Our parliamentary democracies have fallen short in solving one of the most pressing issues of the 21st century: climate change. The dominance of party politics, short-term thinking, the commercial lobby of multinationals and polarization has not only lead to insufficient climate policies but has also weakened our democracies. Meanwhile, a specific practice of deliberative democracy has proven to be a valuable addition to our representative democracy: Citizens’ Assemblies. Various European examples have shown how a group of citizens selected by lot, not only offer us more inclusive political representation but also quicker and more effective solutions to complex challenges -such as climate change. This LIVECAST is the first of an investigative series, in which we compare and exchange insights and experiences from several European practices of Climate Citizens’ Assemblies. How can we collectively learn to successfully add this model to our democratic system?
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What to expect?

We open the LIVECAST with a short introduction on the how and why of the international research project “Climate Citizens’ Assemblies: learning with, from and for Europe”. We do so with Eva Rovers, cultural historian, co-founder of Bureau Burgerberaad (The Citizens’ Assemblies Bureau), and co-initator of the research project.

We then dive into the experiences of various European practices with Citizens’ Assemblies, and the insights they have learned throughout the process. We will talk with experts from:

  • IRELAND is considered by many to be a model when it comes to deliberative democracy in Europe. In 2016, the political commentator David Van Reybrouck even referred to Ireland as “the most innovative democracy in Europe”, due to the succesfull experiment of the country with Citizens’ Assemblies between 2016-2018. At that time, 100 loted citizens came together to consider issues as referenda, climate change, and an ageing population. Their conclusions were submitted to the National Parliament, for further debate by the elected representatives. Untill this day, Ireland still continues with Citizens’ Assemblies, such as the one on gender equality that started in July 2019.

A key player within this process is Art O’Leary, the Secretary General to the President of Ireland -one of a group of senior state officials and chief advisor to the President. He will join us during the meeting to share his experiences with the Citizens’ Assemblies in Ireland. How did this relatively unknown democratic instrument became the way to go in Ireland? How was the political follow-up of the outcome of the Assemblies organized?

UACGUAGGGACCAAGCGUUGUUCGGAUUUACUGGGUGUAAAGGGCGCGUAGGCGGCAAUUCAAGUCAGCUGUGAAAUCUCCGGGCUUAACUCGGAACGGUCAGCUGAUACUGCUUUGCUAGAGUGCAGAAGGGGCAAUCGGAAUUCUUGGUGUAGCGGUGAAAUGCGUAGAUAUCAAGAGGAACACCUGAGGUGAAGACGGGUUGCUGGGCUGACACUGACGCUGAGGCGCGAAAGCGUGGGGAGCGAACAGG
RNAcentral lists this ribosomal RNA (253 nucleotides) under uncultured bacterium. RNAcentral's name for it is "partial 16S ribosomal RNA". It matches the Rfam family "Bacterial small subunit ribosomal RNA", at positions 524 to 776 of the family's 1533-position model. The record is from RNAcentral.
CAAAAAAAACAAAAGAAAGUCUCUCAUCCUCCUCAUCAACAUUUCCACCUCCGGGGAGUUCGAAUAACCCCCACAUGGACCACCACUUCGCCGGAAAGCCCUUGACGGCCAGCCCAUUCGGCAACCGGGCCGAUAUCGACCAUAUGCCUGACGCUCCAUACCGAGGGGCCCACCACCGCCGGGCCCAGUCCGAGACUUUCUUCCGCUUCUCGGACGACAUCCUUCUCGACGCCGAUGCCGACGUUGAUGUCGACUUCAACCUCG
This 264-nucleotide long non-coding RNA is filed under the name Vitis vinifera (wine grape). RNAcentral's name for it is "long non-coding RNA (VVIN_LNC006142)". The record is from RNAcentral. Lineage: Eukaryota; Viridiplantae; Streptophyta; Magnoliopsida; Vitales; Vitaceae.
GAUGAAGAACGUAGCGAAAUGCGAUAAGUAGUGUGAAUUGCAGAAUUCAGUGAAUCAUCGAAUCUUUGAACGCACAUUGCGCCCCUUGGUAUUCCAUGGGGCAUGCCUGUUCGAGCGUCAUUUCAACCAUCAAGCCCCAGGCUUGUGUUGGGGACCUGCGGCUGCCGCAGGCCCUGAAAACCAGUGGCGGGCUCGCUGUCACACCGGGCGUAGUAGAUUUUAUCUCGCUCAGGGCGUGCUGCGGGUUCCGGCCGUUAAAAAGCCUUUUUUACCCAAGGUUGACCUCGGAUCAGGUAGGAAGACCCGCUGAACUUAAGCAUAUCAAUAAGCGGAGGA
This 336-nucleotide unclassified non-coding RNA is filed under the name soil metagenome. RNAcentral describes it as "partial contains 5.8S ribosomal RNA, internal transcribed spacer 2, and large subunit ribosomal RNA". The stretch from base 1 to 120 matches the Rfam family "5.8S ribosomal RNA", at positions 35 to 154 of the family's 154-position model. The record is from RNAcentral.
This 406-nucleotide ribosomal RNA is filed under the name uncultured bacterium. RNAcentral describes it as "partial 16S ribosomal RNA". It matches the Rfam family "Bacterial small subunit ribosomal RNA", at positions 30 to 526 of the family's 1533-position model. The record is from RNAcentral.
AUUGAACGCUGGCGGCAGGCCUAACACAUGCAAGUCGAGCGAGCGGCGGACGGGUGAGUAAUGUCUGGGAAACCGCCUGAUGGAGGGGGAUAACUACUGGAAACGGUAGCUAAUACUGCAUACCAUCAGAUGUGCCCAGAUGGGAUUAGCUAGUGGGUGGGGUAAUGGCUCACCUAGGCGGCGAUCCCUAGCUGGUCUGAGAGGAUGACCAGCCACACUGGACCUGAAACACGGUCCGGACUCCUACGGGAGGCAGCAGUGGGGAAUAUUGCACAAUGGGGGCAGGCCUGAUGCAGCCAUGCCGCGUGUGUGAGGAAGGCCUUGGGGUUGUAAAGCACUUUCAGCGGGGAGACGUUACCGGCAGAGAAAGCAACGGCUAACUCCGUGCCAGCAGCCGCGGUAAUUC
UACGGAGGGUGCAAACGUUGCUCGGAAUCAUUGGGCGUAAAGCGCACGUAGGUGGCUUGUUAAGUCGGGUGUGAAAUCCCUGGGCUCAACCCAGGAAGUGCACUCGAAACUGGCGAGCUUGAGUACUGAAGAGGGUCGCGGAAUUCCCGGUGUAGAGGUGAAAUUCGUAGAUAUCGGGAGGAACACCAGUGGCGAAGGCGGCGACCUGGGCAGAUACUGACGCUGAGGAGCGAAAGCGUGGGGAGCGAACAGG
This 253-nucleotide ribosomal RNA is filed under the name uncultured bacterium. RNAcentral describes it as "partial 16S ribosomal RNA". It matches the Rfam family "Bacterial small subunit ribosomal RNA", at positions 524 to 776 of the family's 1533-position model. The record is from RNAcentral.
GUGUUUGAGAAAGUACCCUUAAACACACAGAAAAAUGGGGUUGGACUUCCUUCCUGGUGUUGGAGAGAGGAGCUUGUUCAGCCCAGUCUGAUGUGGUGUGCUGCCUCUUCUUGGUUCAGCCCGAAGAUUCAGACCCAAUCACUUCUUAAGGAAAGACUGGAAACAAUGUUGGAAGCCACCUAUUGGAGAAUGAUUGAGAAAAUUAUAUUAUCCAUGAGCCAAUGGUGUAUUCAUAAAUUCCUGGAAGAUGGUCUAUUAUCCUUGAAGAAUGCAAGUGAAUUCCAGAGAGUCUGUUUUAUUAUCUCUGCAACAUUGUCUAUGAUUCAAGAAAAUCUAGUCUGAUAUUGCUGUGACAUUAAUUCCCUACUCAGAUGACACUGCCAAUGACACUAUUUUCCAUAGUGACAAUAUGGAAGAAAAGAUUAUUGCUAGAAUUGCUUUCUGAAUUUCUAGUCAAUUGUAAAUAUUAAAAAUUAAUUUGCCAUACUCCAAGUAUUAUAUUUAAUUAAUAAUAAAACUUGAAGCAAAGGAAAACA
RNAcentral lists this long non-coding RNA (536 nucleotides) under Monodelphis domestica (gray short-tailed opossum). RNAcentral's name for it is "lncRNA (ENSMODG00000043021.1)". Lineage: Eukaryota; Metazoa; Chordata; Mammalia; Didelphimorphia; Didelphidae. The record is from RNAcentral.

• POLAND started its first and most famous Citizens’ Assembly in 2016, in Gdansk. When the city was struck by major flooding after extreme rainfall, the mayor agreed to bring approximately 60 randomly-selected residents together to hear from experts and come up with solutions. Decisions with at least 80% support among its assemblies’ members would be enacted in law. The experiment turned out to be a success, and was followed by other citizens’ assemblies both in Gdansk and in other Polish cities, on issues such as pollution, civic engagement and LGBT rights.

Joining us is Marcin Gerwin, a specialist in sustainable development and deliberative democracy and the person that was able to convince the mayor of Gdansk to start the first Citizens’ Assembly in Poland. He designs and coordinates various citizens’ assemblies in Poland, and is author of a.o. the ‘Guide to citizens’ assemblies‘. How does he explain the position of this form of deliberative democracy in Poland, and how has it helped to make issues such as climate change rise on the political agenda?

  • THE UNITED KINGDOM started it’s first nationwide citizens’ assembly on climate change in January 2020: the Climate Assembly UK. It brought together 100+ people to discuss how the UK could meet its commitment of reaching net zero greenhouse gas emissions by the year 2050. They came together (online, due to the covid-19 pandemic) over six weekends, and published its report with recommendations in September 2020.

Joining us is Kathie Conn, activist and external coordinator of the Citizens’ Assembly Working Group of Extinction Rebellion UK. The movements’ Third Demand (besides: Tell the truth, and Act now) is a government commissioned, independently run Citizens’ Assembly on Climate and Ecological Justice, in order to empower citizens to take the lead in dealing with the climate and ecological emergency. Why are Climate Citizens’ Assemblies the way to go, for both our democracy and our climate? And what is the role of grass roots organisations in getting (proper) CCA’s?

About the project

This LIVECAST is the first of a series connected to the international research project “Climate Citizens’ Assemblies: learning with, from and for Europe”. From April – September 2021, Pakhuis de Zwijger and Bureau Burgerberaad join forces to investigate how Citizens’ Assemblies can help us strengthen democracy and fight climate change.

Through the development of an online knowledge platform, and by bringing different keyplayers from Europe together in LIVECAST sessions, the project aims to exchange knowledge and best practices, enhance collective learning and develop guidelines for impactful and just implementation of Climate Citizens’ Assemblies in Europe. With as overall goal: to contribute to effective, sustainable and just climate policies and a 21st century proof democracy in Europe

DossierClimate Citizens’ Assemblies
Group 565 Climate Neutral
Programme seriesClimate Citizens' Assemblies

A European exploration on how Citizens' Assemblies can help us strengthen democracy and fight climate change